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SpaceX launches 23 satellites, completing 260th reflight of an orbital class rocket
SpaceX launches 23 satellites, completing 260th reflight of an orbital class rocket
by Adam Schrader
Washington DC (UPI) Mar 31, 2024

Elon Musk's SpaceX launched 23 satellites into low-Earth orbit on Saturday, completing the company's 260th re-flight of an orbital class rocket seven years after first achieving the act.

This means the company has successfully launched and landed a first-stage booster of a rocket like its Falcon 9 at least 260 times. The first stage of a rocket is the largest and most expensive part of it, and SpaceX has designed its Falcon 9 rocket's first stage to perform controlled descents back to landing pads or drone ships to be reused -- significantly reducing the cost of launching payloads into space.

"The design intent is that the rocket can be re-flown with zero hardware changes," Musk said in 2017, referring to the Falcon 9 first stage. The Falcon 9 rocket first launched in June 2010. "In other words, the only thing that changes is, you reload propellant."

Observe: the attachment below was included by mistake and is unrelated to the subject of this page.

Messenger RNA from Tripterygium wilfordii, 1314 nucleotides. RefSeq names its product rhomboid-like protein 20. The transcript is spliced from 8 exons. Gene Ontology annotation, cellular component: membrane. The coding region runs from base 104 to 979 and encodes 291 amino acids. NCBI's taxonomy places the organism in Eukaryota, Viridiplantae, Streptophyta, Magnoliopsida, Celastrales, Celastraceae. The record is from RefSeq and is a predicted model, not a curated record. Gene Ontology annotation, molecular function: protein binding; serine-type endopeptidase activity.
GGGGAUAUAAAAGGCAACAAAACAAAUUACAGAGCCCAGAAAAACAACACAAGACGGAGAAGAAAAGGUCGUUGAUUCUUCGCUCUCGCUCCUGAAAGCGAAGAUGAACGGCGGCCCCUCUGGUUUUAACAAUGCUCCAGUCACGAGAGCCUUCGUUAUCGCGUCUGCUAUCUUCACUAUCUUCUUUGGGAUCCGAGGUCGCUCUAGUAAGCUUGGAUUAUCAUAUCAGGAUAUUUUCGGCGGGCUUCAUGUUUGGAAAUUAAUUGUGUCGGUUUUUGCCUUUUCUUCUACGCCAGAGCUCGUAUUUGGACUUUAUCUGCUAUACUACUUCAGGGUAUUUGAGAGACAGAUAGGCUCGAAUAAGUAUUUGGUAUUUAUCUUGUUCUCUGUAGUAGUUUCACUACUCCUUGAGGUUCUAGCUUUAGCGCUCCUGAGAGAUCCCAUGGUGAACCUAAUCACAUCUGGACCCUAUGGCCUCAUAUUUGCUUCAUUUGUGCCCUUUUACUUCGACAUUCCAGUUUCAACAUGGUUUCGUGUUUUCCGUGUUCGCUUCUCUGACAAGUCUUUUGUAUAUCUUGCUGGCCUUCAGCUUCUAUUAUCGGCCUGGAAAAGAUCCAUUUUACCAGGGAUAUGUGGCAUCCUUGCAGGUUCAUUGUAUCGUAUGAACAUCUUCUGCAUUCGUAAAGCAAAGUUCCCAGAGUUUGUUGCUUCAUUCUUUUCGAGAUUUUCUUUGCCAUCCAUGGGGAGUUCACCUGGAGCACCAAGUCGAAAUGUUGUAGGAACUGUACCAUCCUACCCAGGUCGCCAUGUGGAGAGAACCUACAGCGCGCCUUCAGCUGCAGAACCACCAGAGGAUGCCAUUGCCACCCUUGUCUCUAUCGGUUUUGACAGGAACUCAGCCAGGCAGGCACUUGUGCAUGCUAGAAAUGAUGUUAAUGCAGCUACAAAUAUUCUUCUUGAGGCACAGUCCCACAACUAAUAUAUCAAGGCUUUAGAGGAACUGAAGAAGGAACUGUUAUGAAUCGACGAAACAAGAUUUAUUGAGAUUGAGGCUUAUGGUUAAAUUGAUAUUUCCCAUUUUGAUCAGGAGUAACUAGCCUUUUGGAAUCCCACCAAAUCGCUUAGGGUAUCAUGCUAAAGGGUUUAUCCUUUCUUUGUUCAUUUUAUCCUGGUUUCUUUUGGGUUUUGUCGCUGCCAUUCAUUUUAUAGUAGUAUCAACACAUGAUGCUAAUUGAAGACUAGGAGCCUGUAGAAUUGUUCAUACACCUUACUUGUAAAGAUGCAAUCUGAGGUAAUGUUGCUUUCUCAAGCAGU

At the time, Musk said a single Falcon 9 rocket could be reflown at least 100 times, adding: "Actually, really, we could make 1,000, but it probably isn't quite there. I'm being careful." The most number of times a single first-stage booster has flown stands at 16 times.

Still, the feat was celebrated by SpaceX fans, who joked that the rocket "seems safer than a Boeing."

That launch came just three hours after SpaceX launched a Falcon 9 rocket carrying a Eutelsat 36D geostationary telecommunications satellite, which will provide TV broadcasting and government services to customers in Africa, Europe and parts of Asia.

About three minutes into launch, Falcon 9 separated from the payload and touched down aboard the droneship Just Read the Instructions in the Atlantic Ocean at 6:01 p.m., marking the 259th reflight of a Falcon 9 rocket.

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SpaceX sends Eutelsat telecom satellite into orbit
Washington DC (UPI) Mar 30, 2024
SpaceX on Saturday launched a Falcon9 rocket supporting the Eutelstat 36D mission from the Kennedy Space Center in Florida. The rocket took off at 5:52 p.m. EST, right at the open of a two-hour time window SpaceX had previously given for launch. The payload is a Eutelsat 36D geostationary telecommunications satellite, which is designed to provide TV broadcasting and government services to customers in Africa, Europe and parts of Asia. About three minutes into launch, Falcon 9 sepa ... read more

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